Wednesday, November 14, 2018

Perils of a Good Economy

We had a very high air radon level, so we had the radon mitigation guy come in to install a system in the basement. Chatting with him after, he says that his business has some breakpoints for size.  You work for yourself, with one helper, or you can have a number crews of a couple guys each that you supervise.  He wanted to be the latter, but he has had such trouble at his size, with the single assistant, that he's now wondering if it's worth going big. The assistants he has had have either been teenagers, with "constant dram texting with their girlfriend" all day, or they are older guys with some DUI's who need rides to get places and are unreliably there, or have bad attitudes.  He figures if he goes big he's just going to have more of that headache.

He says he doesn't pay badly, and it's a trade that can be learned pretty quickly if people wanted to work for him for a year and then go out on their own, but people don't want to wait that long. It can't pay that badly.  I paid him $1100 for a few hours work, and I don't think the fans and gauges are that expensive.  The concrete drilling and PVC pipe can't cost that much.  I'm paying for his knowledge and skill.  When the economy is this good, it's hard to find good workers for some jobs, so you have to take what's there.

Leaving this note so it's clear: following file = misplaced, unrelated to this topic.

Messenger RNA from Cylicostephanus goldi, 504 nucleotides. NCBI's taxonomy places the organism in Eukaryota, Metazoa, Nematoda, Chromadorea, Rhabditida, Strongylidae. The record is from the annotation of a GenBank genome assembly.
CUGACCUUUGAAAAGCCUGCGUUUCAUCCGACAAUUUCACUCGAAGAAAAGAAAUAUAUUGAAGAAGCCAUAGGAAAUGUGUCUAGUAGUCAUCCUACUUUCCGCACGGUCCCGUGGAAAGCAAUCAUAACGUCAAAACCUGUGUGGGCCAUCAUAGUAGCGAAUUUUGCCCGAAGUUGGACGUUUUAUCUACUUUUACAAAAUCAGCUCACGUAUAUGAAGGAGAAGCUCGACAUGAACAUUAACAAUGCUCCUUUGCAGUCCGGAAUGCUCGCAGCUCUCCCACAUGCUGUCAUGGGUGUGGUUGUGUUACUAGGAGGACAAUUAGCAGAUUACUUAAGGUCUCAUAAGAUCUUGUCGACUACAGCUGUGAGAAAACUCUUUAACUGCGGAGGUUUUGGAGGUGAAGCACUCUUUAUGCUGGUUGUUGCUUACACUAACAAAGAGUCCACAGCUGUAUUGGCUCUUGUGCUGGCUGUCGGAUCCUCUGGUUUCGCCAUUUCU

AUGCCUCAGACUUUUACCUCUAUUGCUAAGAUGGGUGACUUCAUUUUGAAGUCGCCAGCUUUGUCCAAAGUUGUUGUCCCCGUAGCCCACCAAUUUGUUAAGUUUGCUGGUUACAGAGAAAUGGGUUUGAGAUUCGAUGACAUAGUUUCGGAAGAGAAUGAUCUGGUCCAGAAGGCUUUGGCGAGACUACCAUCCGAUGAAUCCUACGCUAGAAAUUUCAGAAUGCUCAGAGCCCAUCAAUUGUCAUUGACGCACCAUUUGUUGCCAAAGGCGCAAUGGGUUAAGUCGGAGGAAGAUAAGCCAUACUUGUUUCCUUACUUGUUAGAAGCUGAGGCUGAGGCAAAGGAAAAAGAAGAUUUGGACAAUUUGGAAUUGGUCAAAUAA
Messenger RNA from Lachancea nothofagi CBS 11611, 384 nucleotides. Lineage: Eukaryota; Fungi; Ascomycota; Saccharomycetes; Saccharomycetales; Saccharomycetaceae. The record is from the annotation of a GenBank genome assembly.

I told him I'd keep an eye out for a good worker who might want to come his way.


Unknown said...

"He says he doesn't pay badly"

I'm not saying it is the case here, but I've heard that from other small employers on occasions when I had occasion to think they were wrong. One had some good reliable employees regularly sent to do work at our place, guys who were also good at supervising their inexperienced new staff. Yet they all left to take better-paying jobs when the economy improved. Ergo, he was not paying them enough.

Whether he could keep them and still charge prices that the market could bear is a related question.

Dan Kurt said...

It appears that you believe in the validity of the Linear No-Threshold Theory of Radiation Carcinogenesis at Low Doses, specifically the radon scare. I suggest you read this article by the late physicist Bernard L. Cohen:

Dan Kurt

Christopher B said...

Dan, whether AVI believes may be immaterial. Radon testing and mitigation is sometimes required, or at least a consideration, for buying or selling a home.

Assistant Village Idiot said...

@ Dan and Christopher - I have lived with this radon level (though I thought it was lower) and raised five sons in it for 30 years, so I'm obviously not that worried. However, we are looking to sell and downsize over the next year or so, and a radon level of 29 would be a deal-breaker for a lot of people. Christopher is correct, and I am sure Dan understands.

Donna B. said...

Unknown -- yeah, the market works that way.